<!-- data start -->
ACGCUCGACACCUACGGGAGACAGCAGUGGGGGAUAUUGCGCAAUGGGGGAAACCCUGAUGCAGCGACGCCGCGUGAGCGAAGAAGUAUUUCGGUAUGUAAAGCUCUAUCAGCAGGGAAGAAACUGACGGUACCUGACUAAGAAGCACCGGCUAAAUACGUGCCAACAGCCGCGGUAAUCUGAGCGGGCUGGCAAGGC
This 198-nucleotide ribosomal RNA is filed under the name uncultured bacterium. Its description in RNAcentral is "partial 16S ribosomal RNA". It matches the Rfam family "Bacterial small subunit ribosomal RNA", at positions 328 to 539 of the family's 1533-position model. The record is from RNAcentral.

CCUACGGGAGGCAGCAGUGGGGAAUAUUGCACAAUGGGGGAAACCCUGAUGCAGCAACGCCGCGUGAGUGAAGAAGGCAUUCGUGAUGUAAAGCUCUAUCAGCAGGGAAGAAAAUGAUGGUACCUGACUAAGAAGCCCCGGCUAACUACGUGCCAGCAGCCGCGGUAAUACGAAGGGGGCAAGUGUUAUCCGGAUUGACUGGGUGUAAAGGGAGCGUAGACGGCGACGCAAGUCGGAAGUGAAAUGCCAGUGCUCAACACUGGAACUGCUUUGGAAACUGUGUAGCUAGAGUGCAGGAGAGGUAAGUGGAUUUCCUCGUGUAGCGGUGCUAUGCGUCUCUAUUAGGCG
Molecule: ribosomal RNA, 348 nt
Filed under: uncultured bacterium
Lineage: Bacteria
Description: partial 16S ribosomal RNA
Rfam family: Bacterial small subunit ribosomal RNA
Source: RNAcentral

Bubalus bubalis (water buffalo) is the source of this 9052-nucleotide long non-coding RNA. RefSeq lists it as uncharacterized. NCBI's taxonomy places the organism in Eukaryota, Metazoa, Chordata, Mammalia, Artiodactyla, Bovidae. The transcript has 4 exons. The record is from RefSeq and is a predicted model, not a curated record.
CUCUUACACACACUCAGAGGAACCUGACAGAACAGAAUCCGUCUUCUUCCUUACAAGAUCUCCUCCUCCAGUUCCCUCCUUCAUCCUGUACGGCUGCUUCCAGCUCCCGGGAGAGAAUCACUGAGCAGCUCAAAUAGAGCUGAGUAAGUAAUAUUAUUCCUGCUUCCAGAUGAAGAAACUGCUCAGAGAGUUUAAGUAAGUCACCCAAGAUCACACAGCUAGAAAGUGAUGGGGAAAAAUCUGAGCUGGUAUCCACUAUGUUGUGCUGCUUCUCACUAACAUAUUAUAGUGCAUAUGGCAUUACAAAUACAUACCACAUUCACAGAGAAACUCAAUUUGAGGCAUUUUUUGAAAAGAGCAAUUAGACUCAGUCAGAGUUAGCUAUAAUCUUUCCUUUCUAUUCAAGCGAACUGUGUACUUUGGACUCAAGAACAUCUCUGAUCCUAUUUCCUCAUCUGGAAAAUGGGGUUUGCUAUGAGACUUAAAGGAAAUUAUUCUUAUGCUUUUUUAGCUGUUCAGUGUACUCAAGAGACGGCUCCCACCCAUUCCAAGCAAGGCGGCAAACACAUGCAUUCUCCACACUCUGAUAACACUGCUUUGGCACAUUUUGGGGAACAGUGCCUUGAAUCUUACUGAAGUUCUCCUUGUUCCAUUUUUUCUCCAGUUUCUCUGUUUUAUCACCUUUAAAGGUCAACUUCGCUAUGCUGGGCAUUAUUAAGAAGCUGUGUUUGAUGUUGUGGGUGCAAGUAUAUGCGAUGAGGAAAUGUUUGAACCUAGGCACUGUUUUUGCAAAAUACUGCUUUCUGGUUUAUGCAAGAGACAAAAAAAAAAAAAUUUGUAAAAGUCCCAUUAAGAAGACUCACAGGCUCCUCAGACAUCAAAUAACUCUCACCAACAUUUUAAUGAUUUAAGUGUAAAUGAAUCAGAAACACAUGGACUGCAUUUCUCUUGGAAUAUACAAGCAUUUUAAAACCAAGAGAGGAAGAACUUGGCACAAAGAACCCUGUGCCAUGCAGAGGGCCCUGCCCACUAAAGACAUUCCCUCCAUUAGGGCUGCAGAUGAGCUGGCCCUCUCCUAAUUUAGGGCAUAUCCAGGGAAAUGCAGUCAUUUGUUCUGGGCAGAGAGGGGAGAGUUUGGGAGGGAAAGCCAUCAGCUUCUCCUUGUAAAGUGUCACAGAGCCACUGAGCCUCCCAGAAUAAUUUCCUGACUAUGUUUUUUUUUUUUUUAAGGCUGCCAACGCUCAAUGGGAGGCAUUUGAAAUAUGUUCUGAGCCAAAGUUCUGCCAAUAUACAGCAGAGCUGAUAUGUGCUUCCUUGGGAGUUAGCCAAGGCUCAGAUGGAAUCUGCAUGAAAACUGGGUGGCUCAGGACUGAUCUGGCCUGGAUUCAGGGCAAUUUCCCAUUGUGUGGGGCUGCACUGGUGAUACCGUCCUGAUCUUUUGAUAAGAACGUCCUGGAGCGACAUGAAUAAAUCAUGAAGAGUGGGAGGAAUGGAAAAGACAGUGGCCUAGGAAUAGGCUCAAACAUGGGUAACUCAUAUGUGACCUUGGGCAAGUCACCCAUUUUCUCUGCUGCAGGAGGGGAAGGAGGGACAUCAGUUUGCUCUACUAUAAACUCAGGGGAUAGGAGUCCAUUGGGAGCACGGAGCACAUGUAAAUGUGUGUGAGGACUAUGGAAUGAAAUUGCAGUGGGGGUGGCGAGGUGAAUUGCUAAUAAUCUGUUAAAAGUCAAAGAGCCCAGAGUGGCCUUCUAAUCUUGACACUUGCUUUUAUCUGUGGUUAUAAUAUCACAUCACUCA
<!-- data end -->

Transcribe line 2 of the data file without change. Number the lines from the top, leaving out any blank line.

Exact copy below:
This 198-nucleotide ribosomal RNA is filed under the name uncultured bacterium. Its description in RNAcentral is "partial 16S ribosomal RNA". It matches the Rfam family "Bacterial small subunit ribosomal RNA", at positions 328 to 539 of the family's 1533-position model. The record is from RNAcentral.